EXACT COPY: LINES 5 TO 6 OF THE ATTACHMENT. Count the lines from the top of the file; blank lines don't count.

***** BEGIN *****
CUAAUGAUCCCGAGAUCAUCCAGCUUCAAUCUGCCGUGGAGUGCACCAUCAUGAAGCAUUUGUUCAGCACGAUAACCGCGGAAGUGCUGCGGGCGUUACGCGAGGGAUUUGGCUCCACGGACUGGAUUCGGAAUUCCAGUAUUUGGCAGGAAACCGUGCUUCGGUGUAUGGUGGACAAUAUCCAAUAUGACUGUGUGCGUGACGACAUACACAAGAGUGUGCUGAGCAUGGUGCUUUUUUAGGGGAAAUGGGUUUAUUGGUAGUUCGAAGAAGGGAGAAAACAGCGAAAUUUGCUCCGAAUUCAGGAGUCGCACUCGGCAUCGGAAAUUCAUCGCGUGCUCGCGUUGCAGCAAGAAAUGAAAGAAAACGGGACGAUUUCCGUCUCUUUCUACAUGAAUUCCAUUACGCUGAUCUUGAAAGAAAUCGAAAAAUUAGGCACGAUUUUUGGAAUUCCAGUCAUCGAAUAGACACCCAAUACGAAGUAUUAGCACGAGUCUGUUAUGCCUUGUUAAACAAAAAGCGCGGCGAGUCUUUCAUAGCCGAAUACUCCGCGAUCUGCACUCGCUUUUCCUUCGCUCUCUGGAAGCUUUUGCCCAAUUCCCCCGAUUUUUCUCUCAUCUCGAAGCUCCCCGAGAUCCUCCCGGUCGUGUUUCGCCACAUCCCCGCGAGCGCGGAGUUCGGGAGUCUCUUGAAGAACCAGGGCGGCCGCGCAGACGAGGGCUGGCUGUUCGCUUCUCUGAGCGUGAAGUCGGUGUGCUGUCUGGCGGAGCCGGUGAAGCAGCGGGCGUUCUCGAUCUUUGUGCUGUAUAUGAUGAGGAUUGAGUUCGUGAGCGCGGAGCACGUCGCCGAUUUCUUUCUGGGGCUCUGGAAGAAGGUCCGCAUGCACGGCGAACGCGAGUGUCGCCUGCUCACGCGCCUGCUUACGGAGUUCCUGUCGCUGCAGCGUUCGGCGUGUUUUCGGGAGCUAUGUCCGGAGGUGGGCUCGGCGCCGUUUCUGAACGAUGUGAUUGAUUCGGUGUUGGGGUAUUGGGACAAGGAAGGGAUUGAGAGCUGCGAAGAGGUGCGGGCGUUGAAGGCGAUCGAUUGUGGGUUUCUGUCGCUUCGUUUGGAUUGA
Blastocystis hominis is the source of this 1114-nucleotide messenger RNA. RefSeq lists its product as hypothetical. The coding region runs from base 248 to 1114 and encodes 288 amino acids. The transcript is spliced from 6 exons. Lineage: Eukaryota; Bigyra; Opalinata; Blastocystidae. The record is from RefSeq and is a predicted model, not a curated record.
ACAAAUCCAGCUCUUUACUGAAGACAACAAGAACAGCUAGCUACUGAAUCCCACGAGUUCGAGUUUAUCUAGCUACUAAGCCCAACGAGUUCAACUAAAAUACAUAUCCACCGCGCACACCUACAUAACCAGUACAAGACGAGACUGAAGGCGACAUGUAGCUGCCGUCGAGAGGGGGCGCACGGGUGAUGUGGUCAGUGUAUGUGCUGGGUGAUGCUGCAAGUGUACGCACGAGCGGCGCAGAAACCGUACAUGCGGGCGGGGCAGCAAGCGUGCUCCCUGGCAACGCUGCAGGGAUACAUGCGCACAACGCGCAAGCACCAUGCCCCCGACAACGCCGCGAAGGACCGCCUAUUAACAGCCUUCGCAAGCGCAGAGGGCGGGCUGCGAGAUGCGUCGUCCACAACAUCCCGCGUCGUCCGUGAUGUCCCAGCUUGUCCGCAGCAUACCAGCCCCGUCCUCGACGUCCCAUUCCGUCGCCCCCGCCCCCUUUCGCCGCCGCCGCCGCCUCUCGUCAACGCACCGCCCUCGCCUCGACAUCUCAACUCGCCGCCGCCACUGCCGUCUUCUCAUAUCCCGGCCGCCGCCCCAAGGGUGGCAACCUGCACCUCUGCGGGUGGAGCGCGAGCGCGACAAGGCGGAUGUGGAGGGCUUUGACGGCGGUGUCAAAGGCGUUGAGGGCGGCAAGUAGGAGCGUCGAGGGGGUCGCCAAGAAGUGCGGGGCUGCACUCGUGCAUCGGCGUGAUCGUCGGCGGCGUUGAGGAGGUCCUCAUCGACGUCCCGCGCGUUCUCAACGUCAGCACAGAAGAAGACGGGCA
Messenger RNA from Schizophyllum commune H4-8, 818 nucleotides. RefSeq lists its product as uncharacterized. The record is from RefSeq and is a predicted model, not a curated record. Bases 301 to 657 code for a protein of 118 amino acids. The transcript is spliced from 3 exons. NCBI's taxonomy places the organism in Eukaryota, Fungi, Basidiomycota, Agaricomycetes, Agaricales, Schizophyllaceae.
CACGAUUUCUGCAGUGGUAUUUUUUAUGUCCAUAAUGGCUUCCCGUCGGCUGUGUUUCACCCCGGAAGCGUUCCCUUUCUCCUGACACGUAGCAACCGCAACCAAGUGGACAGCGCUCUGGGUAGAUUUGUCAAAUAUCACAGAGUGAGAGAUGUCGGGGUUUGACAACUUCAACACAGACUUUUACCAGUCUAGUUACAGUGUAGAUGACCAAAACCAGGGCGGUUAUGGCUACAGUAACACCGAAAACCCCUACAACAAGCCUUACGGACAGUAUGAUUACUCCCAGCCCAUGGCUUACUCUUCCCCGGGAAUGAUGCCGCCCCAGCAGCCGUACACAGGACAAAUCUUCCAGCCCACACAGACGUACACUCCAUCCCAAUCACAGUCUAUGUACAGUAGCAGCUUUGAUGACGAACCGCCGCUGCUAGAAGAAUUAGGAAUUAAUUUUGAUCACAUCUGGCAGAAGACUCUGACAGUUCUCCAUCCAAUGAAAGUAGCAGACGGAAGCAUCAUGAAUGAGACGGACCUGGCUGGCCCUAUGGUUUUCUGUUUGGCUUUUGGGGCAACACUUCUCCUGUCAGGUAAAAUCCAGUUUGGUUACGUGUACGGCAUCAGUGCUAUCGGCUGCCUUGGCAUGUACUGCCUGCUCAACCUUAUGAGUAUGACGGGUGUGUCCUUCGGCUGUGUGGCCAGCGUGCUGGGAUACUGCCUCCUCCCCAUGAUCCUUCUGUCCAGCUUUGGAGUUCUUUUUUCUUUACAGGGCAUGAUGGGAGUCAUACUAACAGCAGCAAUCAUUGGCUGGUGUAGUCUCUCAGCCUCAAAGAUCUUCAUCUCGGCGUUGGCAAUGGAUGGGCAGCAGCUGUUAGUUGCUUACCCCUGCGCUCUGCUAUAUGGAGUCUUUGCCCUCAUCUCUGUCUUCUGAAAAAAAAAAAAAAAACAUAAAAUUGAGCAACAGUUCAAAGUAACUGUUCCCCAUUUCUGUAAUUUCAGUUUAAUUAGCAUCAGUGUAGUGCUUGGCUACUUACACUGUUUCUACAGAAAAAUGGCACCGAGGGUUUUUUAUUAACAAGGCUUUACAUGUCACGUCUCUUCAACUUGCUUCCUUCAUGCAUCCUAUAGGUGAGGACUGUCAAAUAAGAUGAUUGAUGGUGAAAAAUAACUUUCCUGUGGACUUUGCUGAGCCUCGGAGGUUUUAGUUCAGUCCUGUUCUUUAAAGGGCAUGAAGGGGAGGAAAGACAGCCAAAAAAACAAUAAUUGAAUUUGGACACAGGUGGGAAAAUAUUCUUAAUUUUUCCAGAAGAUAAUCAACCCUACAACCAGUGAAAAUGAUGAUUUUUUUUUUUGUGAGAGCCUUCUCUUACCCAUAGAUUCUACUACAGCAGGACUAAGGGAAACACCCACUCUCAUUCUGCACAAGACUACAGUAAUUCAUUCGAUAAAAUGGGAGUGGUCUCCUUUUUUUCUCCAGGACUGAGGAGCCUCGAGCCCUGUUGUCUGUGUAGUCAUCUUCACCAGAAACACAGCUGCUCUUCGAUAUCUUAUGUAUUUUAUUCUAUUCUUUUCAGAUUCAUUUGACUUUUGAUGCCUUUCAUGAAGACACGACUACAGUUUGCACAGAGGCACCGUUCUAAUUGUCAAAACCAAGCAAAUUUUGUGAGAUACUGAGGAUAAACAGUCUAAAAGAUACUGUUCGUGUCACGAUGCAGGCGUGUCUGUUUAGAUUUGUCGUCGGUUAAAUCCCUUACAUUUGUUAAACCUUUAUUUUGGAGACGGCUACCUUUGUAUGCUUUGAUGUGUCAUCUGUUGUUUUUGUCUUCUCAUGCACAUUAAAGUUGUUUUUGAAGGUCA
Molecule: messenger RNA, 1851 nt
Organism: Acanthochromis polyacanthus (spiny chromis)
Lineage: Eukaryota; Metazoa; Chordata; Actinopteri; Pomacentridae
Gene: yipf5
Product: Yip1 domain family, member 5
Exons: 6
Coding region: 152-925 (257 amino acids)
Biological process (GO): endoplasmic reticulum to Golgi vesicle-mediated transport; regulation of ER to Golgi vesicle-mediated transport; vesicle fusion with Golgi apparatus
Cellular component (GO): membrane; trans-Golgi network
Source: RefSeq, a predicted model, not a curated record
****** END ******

CACGAUUUCUGCAGUGGUAUUUUUUAUGUCCAUAAUGGCUUCCCGUCGGCUGUGUUUCACCCCGGAAGCGUUCCCUUUCUCCUGACACGUAGCAACCGCAACCAAGUGGACAGCGCUCUGGGUAGAUUUGUCAAAUAUCACAGAGUGAGAGAUGUCGGGGUUUGACAACUUCAACACAGACUUUUACCAGUCUAGUUACAGUGUAGAUGACCAAAACCAGGGCGGUUAUGGCUACAGUAACACCGAAAACCCCUACAACAAGCCUUACGGACAGUAUGAUUACUCCCAGCCCAUGGCUUACUCUUCCCCGGGAAUGAUGCCGCCCCAGCAGCCGUACACAGGACAAAUCUUCCAGCCCACACAGACGUACACUCCAUCCCAAUCACAGUCUAUGUACAGUAGCAGCUUUGAUGACGAACCGCCGCUGCUAGAAGAAUUAGGAAUUAAUUUUGAUCACAUCUGGCAGAAGACUCUGACAGUUCUCCAUCCAAUGAAAGUAGCAGACGGAAGCAUCAUGAAUGAGACGGACCUGGCUGGCCCUAUGGUUUUCUGUUUGGCUUUUGGGGCAACACUUCUCCUGUCAGGUAAAAUCCAGUUUGGUUACGUGUACGGCAUCAGUGCUAUCGGCUGCCUUGGCAUGUACUGCCUGCUCAACCUUAUGAGUAUGACGGGUGUGUCCUUCGGCUGUGUGGCCAGCGUGCUGGGAUACUGCCUCCUCCCCAUGAUCCUUCUGUCCAGCUUUGGAGUUCUUUUUUCUUUACAGGGCAUGAUGGGAGUCAUACUAACAGCAGCAAUCAUUGGCUGGUGUAGUCUCUCAGCCUCAAAGAUCUUCAUCUCGGCGUUGGCAAUGGAUGGGCAGCAGCUGUUAGUUGCUUACCCCUGCGCUCUGCUAUAUGGAGUCUUUGCCCUCAUCUCUGUCUUCUGAAAAAAAAAAAAAAAACAUAAAAUUGAGCAACAGUUCAAAGUAACUGUUCCCCAUUUCUGUAAUUUCAGUUUAAUUAGCAUCAGUGUAGUGCUUGGCUACUUACACUGUUUCUACAGAAAAAUGGCACCGAGGGUUUUUUAUUAACAAGGCUUUACAUGUCACGUCUCUUCAACUUGCUUCCUUCAUGCAUCCUAUAGGUGAGGACUGUCAAAUAAGAUGAUUGAUGGUGAAAAAUAACUUUCCUGUGGACUUUGCUGAGCCUCGGAGGUUUUAGUUCAGUCCUGUUCUUUAAAGGGCAUGAAGGGGAGGAAAGACAGCCAAAAAAACAAUAAUUGAAUUUGGACACAGGUGGGAAAAUAUUCUUAAUUUUUCCAGAAGAUAAUCAACCCUACAACCAGUGAAAAUGAUGAUUUUUUUUUUUGUGAGAGCCUUCUCUUACCCAUAGAUUCUACUACAGCAGGACUAAGGGAAACACCCACUCUCAUUCUGCACAAGACUACAGUAAUUCAUUCGAUAAAAUGGGAGUGGUCUCCUUUUUUUCUCCAGGACUGAGGAGCCUCGAGCCCUGUUGUCUGUGUAGUCAUCUUCACCAGAAACACAGCUGCUCUUCGAUAUCUUAUGUAUUUUAUUCUAUUCUUUUCAGAUUCAUUUGACUUUUGAUGCCUUUCAUGAAGACACGACUACAGUUUGCACAGAGGCACCGUUCUAAUUGUCAAAACCAAGCAAAUUUUGUGAGAUACUGAGGAUAAACAGUCUAAAAGAUACUGUUCGUGUCACGAUGCAGGCGUGUCUGUUUAGAUUUGUCGUCGGUUAAAUCCCUUACAUUUGUUAAACCUUUAUUUUGGAGACGGCUACCUUUGUAUGCUUUGAUGUGUCAUCUGUUGUUUUUGUCUUCUCAUGCACAUUAAAGUUGUUUUUGAAGGUCA
Molecule: messenger RNA, 1851 nt